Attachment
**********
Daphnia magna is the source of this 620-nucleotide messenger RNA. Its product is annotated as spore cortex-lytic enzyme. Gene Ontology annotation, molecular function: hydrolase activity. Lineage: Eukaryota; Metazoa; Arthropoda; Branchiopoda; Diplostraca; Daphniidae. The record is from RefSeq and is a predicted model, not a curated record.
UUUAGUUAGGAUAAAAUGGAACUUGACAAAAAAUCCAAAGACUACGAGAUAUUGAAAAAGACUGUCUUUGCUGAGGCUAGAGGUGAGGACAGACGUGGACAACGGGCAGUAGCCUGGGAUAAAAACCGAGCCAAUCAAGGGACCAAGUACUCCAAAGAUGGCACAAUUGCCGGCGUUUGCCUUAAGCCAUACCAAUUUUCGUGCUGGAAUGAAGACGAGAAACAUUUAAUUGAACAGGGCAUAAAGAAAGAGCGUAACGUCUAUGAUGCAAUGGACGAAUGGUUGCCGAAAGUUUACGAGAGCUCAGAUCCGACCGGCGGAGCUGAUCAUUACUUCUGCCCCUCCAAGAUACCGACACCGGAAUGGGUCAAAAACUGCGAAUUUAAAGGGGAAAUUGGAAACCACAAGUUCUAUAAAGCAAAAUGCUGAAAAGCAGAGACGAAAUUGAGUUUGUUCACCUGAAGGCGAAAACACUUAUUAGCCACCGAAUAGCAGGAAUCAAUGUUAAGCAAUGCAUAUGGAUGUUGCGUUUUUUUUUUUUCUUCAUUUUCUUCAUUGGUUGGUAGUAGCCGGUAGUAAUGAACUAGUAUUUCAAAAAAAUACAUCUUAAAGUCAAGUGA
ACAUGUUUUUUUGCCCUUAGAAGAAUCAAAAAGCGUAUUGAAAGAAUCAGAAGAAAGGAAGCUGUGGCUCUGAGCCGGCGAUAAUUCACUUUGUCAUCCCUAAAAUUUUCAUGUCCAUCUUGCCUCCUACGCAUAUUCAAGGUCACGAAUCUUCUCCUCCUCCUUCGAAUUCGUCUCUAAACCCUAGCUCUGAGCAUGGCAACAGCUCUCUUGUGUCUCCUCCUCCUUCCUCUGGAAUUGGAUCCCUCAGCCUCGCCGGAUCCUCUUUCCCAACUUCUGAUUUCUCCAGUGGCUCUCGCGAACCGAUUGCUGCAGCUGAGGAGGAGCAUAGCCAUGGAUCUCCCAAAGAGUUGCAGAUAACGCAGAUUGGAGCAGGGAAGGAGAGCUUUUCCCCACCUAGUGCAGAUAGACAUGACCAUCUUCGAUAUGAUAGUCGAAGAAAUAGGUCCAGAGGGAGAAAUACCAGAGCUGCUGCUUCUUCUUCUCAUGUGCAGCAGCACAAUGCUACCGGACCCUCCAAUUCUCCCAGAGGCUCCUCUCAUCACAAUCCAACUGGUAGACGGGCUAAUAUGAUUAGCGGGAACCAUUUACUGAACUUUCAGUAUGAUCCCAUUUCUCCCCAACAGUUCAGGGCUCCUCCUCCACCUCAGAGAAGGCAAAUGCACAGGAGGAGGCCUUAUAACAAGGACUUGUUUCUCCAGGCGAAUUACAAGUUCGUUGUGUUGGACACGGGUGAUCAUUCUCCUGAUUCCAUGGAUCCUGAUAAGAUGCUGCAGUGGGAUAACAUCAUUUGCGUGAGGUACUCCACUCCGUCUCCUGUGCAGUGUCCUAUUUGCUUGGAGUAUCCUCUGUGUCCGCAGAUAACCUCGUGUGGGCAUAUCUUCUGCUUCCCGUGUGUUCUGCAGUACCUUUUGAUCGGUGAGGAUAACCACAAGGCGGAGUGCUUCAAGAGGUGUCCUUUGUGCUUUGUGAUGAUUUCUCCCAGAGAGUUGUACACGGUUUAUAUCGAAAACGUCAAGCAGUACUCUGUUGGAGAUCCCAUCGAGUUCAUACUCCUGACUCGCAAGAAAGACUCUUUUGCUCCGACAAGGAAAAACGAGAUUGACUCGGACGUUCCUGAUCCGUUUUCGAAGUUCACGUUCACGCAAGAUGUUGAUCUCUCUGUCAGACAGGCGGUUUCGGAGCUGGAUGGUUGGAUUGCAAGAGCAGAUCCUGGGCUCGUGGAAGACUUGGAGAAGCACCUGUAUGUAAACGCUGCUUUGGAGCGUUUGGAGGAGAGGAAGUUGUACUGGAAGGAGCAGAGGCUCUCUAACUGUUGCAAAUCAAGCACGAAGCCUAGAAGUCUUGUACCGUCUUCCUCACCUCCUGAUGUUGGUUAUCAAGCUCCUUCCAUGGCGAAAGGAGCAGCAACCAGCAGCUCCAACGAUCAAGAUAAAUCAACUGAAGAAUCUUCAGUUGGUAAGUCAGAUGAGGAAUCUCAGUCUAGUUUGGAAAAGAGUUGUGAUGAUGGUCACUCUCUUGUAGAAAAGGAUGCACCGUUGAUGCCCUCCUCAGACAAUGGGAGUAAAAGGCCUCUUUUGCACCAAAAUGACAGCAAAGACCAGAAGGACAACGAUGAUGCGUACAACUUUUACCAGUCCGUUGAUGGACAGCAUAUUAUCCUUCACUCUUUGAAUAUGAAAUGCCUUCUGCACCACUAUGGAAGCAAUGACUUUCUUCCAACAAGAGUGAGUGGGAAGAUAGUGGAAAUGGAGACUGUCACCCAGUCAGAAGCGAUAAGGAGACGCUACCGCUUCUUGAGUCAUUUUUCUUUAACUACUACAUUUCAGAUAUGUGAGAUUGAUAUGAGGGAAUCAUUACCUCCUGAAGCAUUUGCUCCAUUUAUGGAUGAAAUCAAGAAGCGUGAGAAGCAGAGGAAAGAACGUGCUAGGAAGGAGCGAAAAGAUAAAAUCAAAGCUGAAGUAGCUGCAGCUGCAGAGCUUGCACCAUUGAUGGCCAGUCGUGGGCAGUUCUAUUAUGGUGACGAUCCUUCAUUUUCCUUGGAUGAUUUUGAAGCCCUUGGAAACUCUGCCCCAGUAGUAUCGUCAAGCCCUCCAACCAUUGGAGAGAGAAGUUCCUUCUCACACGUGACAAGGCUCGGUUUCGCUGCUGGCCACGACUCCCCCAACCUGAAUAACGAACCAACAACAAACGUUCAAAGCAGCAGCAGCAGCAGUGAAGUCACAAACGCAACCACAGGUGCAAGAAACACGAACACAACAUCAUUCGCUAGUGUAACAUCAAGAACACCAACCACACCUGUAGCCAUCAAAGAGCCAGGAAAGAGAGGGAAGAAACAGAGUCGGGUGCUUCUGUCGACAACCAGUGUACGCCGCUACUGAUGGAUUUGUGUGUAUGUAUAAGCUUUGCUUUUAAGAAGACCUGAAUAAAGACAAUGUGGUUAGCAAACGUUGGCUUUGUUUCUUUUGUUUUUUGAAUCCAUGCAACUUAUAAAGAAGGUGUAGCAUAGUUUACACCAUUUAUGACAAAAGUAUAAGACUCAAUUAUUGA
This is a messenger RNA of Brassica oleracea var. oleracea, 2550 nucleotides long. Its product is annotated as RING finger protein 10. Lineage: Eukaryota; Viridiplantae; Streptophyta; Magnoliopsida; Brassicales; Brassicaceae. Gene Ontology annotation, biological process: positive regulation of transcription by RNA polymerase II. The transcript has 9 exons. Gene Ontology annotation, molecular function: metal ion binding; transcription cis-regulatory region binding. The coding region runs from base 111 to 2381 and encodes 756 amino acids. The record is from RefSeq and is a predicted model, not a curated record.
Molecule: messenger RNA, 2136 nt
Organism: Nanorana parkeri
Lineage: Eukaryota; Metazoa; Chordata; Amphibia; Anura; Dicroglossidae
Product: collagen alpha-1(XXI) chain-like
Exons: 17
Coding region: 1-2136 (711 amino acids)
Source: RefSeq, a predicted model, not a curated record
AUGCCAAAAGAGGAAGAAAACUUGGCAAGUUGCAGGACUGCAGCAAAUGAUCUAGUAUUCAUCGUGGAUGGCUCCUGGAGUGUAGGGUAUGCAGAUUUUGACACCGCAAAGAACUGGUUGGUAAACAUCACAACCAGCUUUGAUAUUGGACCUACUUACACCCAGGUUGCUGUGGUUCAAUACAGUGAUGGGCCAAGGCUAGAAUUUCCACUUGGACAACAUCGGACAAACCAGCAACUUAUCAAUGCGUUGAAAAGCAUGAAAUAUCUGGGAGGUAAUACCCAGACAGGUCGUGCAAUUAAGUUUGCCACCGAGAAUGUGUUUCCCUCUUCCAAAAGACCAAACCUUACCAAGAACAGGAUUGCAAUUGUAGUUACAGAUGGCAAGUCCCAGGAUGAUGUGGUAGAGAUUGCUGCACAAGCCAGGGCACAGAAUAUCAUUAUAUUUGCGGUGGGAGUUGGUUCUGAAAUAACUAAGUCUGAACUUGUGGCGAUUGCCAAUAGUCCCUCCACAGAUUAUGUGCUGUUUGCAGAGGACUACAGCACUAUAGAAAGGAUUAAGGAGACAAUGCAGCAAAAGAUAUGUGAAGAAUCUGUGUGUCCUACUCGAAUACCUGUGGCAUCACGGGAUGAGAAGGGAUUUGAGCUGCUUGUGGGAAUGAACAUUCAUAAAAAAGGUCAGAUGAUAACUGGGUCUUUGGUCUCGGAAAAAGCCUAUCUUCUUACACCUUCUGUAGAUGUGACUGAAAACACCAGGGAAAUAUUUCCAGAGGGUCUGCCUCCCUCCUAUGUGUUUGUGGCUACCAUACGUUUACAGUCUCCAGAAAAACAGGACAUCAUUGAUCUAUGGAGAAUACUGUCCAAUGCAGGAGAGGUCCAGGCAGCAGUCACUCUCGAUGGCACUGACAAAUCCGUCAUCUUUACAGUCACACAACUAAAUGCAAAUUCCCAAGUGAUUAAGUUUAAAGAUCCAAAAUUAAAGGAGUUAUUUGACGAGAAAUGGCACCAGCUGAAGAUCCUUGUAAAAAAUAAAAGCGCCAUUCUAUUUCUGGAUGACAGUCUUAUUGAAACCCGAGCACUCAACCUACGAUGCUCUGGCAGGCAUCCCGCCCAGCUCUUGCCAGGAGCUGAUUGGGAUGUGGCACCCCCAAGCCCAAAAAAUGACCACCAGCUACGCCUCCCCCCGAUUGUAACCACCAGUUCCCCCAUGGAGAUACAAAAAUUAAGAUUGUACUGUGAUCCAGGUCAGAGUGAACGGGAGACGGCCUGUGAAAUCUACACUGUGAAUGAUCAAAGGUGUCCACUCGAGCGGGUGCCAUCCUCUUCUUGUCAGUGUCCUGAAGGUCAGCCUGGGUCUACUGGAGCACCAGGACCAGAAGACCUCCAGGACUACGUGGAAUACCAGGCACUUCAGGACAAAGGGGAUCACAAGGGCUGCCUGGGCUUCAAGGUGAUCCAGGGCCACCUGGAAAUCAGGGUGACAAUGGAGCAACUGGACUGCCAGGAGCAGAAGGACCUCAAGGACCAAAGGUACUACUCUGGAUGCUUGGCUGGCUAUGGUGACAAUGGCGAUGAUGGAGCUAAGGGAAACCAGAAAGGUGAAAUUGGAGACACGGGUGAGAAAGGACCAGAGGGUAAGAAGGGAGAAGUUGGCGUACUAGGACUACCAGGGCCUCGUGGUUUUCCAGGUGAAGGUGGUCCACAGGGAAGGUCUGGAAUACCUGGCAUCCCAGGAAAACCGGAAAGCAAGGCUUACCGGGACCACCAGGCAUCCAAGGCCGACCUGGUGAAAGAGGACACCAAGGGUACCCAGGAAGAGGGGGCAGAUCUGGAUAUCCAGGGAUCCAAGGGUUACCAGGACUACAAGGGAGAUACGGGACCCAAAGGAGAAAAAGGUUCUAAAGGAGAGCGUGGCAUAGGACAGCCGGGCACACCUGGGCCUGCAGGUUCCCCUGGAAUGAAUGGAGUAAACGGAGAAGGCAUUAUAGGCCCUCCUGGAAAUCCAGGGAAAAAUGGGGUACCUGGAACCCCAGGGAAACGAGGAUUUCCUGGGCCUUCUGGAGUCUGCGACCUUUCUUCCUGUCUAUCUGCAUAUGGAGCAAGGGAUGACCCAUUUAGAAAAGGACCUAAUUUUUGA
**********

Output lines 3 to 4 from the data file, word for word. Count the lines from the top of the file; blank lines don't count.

ACAUGUUUUUUUGCCCUUAGAAGAAUCAAAAAGCGUAUUGAAAGAAUCAGAAGAAAGGAAGCUGUGGCUCUGAGCCGGCGAUAAUUCACUUUGUCAUCCCUAAAAUUUUCAUGUCCAUCUUGCCUCCUACGCAUAUUCAAGGUCACGAAUCUUCUCCUCCUCCUUCGAAUUCGUCUCUAAACCCUAGCUCUGAGCAUGGCAACAGCUCUCUUGUGUCUCCUCCUCCUUCCUCUGGAAUUGGAUCCCUCAGCCUCGCCGGAUCCUCUUUCCCAACUUCUGAUUUCUCCAGUGGCUCUCGCGAACCGAUUGCUGCAGCUGAGGAGGAGCAUAGCCAUGGAUCUCCCAAAGAGUUGCAGAUAACGCAGAUUGGAGCAGGGAAGGAGAGCUUUUCCCCACCUAGUGCAGAUAGACAUGACCAUCUUCGAUAUGAUAGUCGAAGAAAUAGGUCCAGAGGGAGAAAUACCAGAGCUGCUGCUUCUUCUUCUCAUGUGCAGCAGCACAAUGCUACCGGACCCUCCAAUUCUCCCAGAGGCUCCUCUCAUCACAAUCCAACUGGUAGACGGGCUAAUAUGAUUAGCGGGAACCAUUUACUGAACUUUCAGUAUGAUCCCAUUUCUCCCCAACAGUUCAGGGCUCCUCCUCCACCUCAGAGAAGGCAAAUGCACAGGAGGAGGCCUUAUAACAAGGACUUGUUUCUCCAGGCGAAUUACAAGUUCGUUGUGUUGGACACGGGUGAUCAUUCUCCUGAUUCCAUGGAUCCUGAUAAGAUGCUGCAGUGGGAUAACAUCAUUUGCGUGAGGUACUCCACUCCGUCUCCUGUGCAGUGUCCUAUUUGCUUGGAGUAUCCUCUGUGUCCGCAGAUAACCUCGUGUGGGCAUAUCUUCUGCUUCCCGUGUGUUCUGCAGUACCUUUUGAUCGGUGAGGAUAACCACAAGGCGGAGUGCUUCAAGAGGUGUCCUUUGUGCUUUGUGAUGAUUUCUCCCAGAGAGUUGUACACGGUUUAUAUCGAAAACGUCAAGCAGUACUCUGUUGGAGAUCCCAUCGAGUUCAUACUCCUGACUCGCAAGAAAGACUCUUUUGCUCCGACAAGGAAAAACGAGAUUGACUCGGACGUUCCUGAUCCGUUUUCGAAGUUCACGUUCACGCAAGAUGUUGAUCUCUCUGUCAGACAGGCGGUUUCGGAGCUGGAUGGUUGGAUUGCAAGAGCAGAUCCUGGGCUCGUGGAAGACUUGGAGAAGCACCUGUAUGUAAACGCUGCUUUGGAGCGUUUGGAGGAGAGGAAGUUGUACUGGAAGGAGCAGAGGCUCUCUAACUGUUGCAAAUCAAGCACGAAGCCUAGAAGUCUUGUACCGUCUUCCUCACCUCCUGAUGUUGGUUAUCAAGCUCCUUCCAUGGCGAAAGGAGCAGCAACCAGCAGCUCCAACGAUCAAGAUAAAUCAACUGAAGAAUCUUCAGUUGGUAAGUCAGAUGAGGAAUCUCAGUCUAGUUUGGAAAAGAGUUGUGAUGAUGGUCACUCUCUUGUAGAAAAGGAUGCACCGUUGAUGCCCUCCUCAGACAAUGGGAGUAAAAGGCCUCUUUUGCACCAAAAUGACAGCAAAGACCAGAAGGACAACGAUGAUGCGUACAACUUUUACCAGUCCGUUGAUGGACAGCAUAUUAUCCUUCACUCUUUGAAUAUGAAAUGCCUUCUGCACCACUAUGGAAGCAAUGACUUUCUUCCAACAAGAGUGAGUGGGAAGAUAGUGGAAAUGGAGACUGUCACCCAGUCAGAAGCGAUAAGGAGACGCUACCGCUUCUUGAGUCAUUUUUCUUUAACUACUACAUUUCAGAUAUGUGAGAUUGAUAUGAGGGAAUCAUUACCUCCUGAAGCAUUUGCUCCAUUUAUGGAUGAAAUCAAGAAGCGUGAGAAGCAGAGGAAAGAACGUGCUAGGAAGGAGCGAAAAGAUAAAAUCAAAGCUGAAGUAGCUGCAGCUGCAGAGCUUGCACCAUUGAUGGCCAGUCGUGGGCAGUUCUAUUAUGGUGACGAUCCUUCAUUUUCCUUGGAUGAUUUUGAAGCCCUUGGAAACUCUGCCCCAGUAGUAUCGUCAAGCCCUCCAACCAUUGGAGAGAGAAGUUCCUUCUCACACGUGACAAGGCUCGGUUUCGCUGCUGGCCACGACUCCCCCAACCUGAAUAACGAACCAACAACAAACGUUCAAAGCAGCAGCAGCAGCAGUGAAGUCACAAACGCAACCACAGGUGCAAGAAACACGAACACAACAUCAUUCGCUAGUGUAACAUCAAGAACACCAACCACACCUGUAGCCAUCAAAGAGCCAGGAAAGAGAGGGAAGAAACAGAGUCGGGUGCUUCUGUCGACAACCAGUGUACGCCGCUACUGAUGGAUUUGUGUGUAUGUAUAAGCUUUGCUUUUAAGAAGACCUGAAUAAAGACAAUGUGGUUAGCAAACGUUGGCUUUGUUUCUUUUGUUUUUUGAAUCCAUGCAACUUAUAAAGAAGGUGUAGCAUAGUUUACACCAUUUAUGACAAAAGUAUAAGACUCAAUUAUUGA
This is a messenger RNA of Brassica oleracea var. oleracea, 2550 nucleotides long. Its product is annotated as RING finger protein 10. Lineage: Eukaryota; Viridiplantae; Streptophyta; Magnoliopsida; Brassicales; Brassicaceae. Gene Ontology annotation, biological process: positive regulation of transcription by RNA polymerase II. The transcript has 9 exons. Gene Ontology annotation, molecular function: metal ion binding; transcription cis-regulatory region binding. The coding region runs from base 111 to 2381 and encodes 756 amino acids. The record is from RefSeq and is a predicted model, not a curated record.